SAVE THE DATE:
THE 20th ANNUAL EARTH DAY BEACH CLEAN-UP
Saturday April 21, 2012, 10:00 am
Join VCS for a great
family event and annual tradition. This year we expect to clean over 20
of our beaches -- look for a complete list on our website soon!
If you would like to volunteer, please give us a call at the office (508-693-9588), or email email@example.com.
Visit our Website
Support Vineyard Conservation
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Quote of the Week
"Just refrigerator efficiency saves more energy than all that we're
generating from renewables, excluding hydroelectric power . . . I cannot
impress upon you how important energy efficiency is. It doesn't mean
you eat lukewarm food and your beers are lukewarm. You can still have
it; you just make a better thing"
-- Steven Chu, U.S. Secretary of Energy
Climate Reality Project Presents:
The Climate Crisis is Real & We Know How to Solve It
Tuesday, March 27, 7:00 pm at the VH Library
Mary Jane Sorrentino, an experienced presenter from the Climate Reality Project
will make suggestions for what role citizens can play in addressing
what the Pentagon calls the greatest long-term threat to our nation. The
Project aims "to reveal the complete truth about the climate crisis in a
way that ignites the moral courage in each of us."
Nursery School Naturalists
Thursday, Mar 29 (also Apr 5), 10:00 to 11:00 am, Felix Neck, Edgartown.
Join Felix Neck for this series
introducing young children and their parents to the delights of nature
at a hands-on level in an unhurried atmosphere. Each session includes an
introduction indoors, story, craft and a hike, stopping to discover
nature's treasures along the way. For children ages 3-5 with a
parent/friend. Younger siblings in strollers/backpacks welcome. Cost
($6.00m / $9.00nm) is per child, no cost for accompanying adults.
Drop-ins welcome, pre-registration preferred. For more info, call (508)
Land Bank Natural History Walk
Sunday, Apr 1, 1:00 pm, West Tisbury.
Join Land Bank staff for a free natural history walk through Wompesket Preserve. For more info, see the walks announcement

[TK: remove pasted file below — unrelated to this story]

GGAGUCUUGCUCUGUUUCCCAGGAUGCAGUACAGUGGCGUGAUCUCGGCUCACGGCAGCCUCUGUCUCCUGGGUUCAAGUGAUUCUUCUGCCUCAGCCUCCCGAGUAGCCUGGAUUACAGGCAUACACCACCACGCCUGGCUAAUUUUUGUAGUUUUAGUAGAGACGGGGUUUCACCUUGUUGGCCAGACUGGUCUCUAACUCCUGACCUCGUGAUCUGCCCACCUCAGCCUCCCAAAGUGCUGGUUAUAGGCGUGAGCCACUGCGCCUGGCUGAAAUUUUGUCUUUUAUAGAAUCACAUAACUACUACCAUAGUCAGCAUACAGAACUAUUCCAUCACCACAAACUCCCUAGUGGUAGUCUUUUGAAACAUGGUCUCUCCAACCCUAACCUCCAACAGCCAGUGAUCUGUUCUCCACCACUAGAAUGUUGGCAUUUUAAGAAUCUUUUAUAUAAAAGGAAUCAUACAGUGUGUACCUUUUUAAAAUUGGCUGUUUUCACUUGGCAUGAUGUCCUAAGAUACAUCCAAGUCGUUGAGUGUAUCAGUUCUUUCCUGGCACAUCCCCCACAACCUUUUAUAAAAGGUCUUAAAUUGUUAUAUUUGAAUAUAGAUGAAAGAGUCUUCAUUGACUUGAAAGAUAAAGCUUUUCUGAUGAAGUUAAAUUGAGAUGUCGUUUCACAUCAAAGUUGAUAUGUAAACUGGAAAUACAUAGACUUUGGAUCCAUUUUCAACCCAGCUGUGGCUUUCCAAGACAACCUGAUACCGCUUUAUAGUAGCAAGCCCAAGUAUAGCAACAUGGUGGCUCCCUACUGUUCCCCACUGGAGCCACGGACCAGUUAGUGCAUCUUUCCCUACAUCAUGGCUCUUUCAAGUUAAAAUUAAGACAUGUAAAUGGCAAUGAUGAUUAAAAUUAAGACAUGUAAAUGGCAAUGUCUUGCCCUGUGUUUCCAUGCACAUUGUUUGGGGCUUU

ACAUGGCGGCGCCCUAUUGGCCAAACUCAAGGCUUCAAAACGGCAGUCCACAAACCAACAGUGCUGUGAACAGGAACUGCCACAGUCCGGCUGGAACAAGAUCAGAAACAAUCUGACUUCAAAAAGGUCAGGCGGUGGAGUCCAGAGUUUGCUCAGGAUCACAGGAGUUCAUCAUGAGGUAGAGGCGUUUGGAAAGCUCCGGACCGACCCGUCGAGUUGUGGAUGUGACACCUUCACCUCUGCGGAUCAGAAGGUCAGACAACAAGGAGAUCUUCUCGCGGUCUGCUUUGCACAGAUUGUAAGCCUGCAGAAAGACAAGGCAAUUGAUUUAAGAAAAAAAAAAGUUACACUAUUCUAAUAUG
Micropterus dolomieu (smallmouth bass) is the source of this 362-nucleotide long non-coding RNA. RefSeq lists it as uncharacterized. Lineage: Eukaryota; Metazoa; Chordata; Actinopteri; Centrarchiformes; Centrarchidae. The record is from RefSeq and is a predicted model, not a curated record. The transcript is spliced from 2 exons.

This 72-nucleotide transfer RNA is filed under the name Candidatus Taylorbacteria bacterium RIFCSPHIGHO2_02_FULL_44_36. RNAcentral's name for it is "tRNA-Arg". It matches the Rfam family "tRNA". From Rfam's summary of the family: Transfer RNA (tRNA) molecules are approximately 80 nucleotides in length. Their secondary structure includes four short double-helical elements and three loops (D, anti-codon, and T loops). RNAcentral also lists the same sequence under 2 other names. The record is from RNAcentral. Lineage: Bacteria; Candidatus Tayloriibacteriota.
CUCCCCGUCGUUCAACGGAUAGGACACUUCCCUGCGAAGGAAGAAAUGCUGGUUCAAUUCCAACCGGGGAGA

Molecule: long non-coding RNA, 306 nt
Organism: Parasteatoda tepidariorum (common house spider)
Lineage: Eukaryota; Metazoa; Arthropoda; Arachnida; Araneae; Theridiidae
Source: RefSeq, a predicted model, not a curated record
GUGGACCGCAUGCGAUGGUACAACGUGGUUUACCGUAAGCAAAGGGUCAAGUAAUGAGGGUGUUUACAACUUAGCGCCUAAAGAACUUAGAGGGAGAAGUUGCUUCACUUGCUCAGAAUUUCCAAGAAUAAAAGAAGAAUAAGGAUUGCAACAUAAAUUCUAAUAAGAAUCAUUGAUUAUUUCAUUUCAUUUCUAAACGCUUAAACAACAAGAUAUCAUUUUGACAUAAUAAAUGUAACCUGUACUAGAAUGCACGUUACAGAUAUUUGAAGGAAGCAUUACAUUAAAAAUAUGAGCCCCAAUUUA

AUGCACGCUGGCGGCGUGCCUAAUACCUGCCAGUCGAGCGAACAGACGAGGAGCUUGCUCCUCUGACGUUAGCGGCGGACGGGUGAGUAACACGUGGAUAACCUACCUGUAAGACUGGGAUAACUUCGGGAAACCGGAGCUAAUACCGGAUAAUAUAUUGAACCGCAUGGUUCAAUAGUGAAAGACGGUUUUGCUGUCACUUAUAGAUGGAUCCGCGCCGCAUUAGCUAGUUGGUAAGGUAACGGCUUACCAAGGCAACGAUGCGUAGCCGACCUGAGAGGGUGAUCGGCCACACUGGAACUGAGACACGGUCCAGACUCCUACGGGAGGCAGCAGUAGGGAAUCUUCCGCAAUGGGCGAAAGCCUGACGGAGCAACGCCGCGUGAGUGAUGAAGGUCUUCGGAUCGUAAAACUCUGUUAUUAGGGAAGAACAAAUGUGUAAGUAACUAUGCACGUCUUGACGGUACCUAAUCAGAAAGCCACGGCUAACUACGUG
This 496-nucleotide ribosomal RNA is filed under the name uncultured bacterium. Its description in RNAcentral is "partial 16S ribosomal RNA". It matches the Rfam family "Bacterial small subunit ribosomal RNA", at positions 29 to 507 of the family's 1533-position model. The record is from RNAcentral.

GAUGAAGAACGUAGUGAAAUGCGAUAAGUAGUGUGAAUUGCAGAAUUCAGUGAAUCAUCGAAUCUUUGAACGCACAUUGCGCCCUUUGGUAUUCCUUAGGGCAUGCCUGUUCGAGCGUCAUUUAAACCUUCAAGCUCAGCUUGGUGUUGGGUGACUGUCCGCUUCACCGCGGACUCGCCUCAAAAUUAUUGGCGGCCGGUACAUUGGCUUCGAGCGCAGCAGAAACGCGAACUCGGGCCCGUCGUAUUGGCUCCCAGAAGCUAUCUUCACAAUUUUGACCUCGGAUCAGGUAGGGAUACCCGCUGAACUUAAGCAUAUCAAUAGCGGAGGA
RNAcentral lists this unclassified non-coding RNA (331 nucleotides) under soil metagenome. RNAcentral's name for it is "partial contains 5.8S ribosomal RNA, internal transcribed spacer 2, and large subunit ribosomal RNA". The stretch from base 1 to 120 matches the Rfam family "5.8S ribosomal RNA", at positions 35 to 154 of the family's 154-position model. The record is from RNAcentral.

and the web page for the property
Electronics Disposal Day
Saturday, Apr 7, 9:00 am to 2:00 pm, Oak Bluffs.
Many electronic devices and appliances contain toxic chemicals that can
be harmful if not disposed of properly -- not to mention, it's expensive
to get rid of them! Bring your burdensome junk to the MV Community
Services campus (across the street from the high school) this Saturday.
Fees range from $1 - $30 and benefit Community Services. For more info,
In Season Recipe
Quick and Easy Local Lamb Roast
We are fortunate to have many great sources of local lamb, but do call first to check on availability:
ALLEN FARM SHEEP & WOOL
421 South Road, Chilmark, 645-9064
MERMAID FARM AND DAIRY
9 Middle Road, Chilmark, 645-3492
State Road, West Tisbury, www.allenwhiting.com
FLAT POINT FARM
Road to Great Neck, off New Lane, West Tisbury, 693-5685
Northern Pines Road off Lambert’s Cove Rd, Tisbury, 693-7354
THE FARM INSTITUTE
Katama Farm, 14 Aero Avenue, Edgartown, 627-7007
1 (5-pound) leg of lamb
3 cloves garlic, cut into slivers
3 teaspoons dried dill weed
1 1/2 teaspoons salt
1 teaspoon dried rosemary, crushed
1/2 teaspoon ground black pepper
Note: A unanimous 5-star recipe from allrecipes.com
Preheat the oven to 325 degrees F (165 degrees C).
Puncture the leg of lamb with
the tip of a knife just far enough to insert slivers of garlic into the
holes. Mix together the dill, salt and rosemary, and rub over the leg of
Place the lamb, fatty side up, on a rack in a shallow roasting pan.
Roast uncovered for 2 to 2 1/2
hours in the preheated oven, to an internal temperature of 155 degrees F
(68 degrees C) for medium. Tent with aluminum foil and let stand for 15
to 20 minutes before carving. The lamb will continue to cook a little
bit, and the juices will set up better for carving.
|Monday, March 26, 2012
hard freeze is possible tonight, with forecast lows of 27 - 28 deg F,
so take care if anything fragile is already growing outside!
Earth Hour Reconsidered
Lights Out, Everyone! (image of Sydney Opera House and Harbour Bridge from Wikimedia Commons contributor "madradish")
Earth Hour 2012 takes place this Saturday night from 8:30 to 9:30. As in
previous years, the environmentally conscious will be turning off all
non-essential lights and electrical devices for an hour to draw
attention to the problem of global climate change and our over-reliance
on fossil fuel derived electricity. Global participation in the annual
event, originally conceived by the World Wildlife Fund in 2007, has
grown tremendously over the past five years. However, here on Martha’s
Vineyard, the story is more complicated. In 2008, we were one of
relatively few communities to pioneer the spread of Earth Hour from its
origin in Sydney, Australia, and the effect on energy consumption was
significant: NStar estimated a reduction of 0.8 megawatts in the Vineyard's electricity usage for the hour, enough to power 750 to 1000 homes. In 2009, the reduction was estimated at 1.5 megawatts. But something happened in 2010; despite plenty of publicity, apparently very few participated, with NStar finding no significant reduction in power usage at all (all Gazette links subscription req’d).